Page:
Japanese mysteries are much less concerned with motive than their Western counterparts, but class conflict is definitely offered as a possible reason for murder. Other clues have more menacing dimensions such as the repeated mentions of a scary looking three fingered man who apparently delivered a threatening letter to the mansion on the night of the murder, and Suzu’s constant questions about her recently deceased cat who liked to listen to her play the koto. Suzu is 17 but has some kind of learning difficulties and is arrested in a childlike state of innocence which leads her to utter simple yet profound words of wisdom whilst also believing that her recently deceased cat, Tama, is some kind of god. Suzu’s “innocence” is contrasted with her brother’s coldhearted rigidity in which he’s described as a sanctimonious snob who believes himself above regular folk and treats his servants with contempt. This same rigidity in fact aligns him with his sister as both share an “atypical” way of thought and behaviour. Kenzo’s unexpected romance turns out not to be middle-aged lust for domination but an innocent first love arriving at 40 with all the pain and complication of adolescence.

Kindaichi arrives to solve the crime and makes an instant partner of the police inspector in charge who’s glad to have such esteemed help on such a difficult case. Putting two and two together, Kindaichi soon comes up with a few ideas after rubbing up against a mystery novel obsessed suspect and numerous red herrings. Once again coincidence plays a huge role, but the business of the murder is certainly elaborate given the pettiness of the reasoning behind it. Takabayashi never plays down the typically generic elements of this classic mystery, but adds to them with eerie, occasionally psychedelic camera work, shifting to sepia for imagined reconstructions and making use of repeated motifs from the fire-like imagery of the water wheel to a shattered photo of Kenzo shot through the eye. Strangely framed in red and gold the murder takes on a theatrical association that’s perfectly in keeping with its well choreographed genesis, and all the more chilling because of it. A satisfying locked room mystery,  Death at an Old Mansion is also a tragedy of out dated ideals equated with a kind of innocence and purity, of those who couldn’t allow their dreams to be sullied or their name besmirched. Perhaps not so different from the world of 1937 after all.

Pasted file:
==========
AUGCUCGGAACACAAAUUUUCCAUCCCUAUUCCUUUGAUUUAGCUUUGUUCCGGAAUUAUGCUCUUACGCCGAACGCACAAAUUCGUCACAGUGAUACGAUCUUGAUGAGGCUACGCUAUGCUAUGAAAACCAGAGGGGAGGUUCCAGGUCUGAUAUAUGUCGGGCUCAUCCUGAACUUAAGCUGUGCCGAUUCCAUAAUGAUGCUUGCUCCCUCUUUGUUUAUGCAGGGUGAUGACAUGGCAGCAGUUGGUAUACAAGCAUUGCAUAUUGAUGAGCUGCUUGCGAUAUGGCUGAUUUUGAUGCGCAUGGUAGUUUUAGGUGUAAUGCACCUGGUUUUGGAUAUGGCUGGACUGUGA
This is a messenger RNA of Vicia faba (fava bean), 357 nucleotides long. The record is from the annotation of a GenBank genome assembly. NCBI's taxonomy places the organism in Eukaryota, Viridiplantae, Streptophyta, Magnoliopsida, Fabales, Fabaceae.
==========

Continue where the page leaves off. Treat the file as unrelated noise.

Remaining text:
Original trailer (no subtitles)

Proof of the Man (人間の証明, Junya Sato, 1977)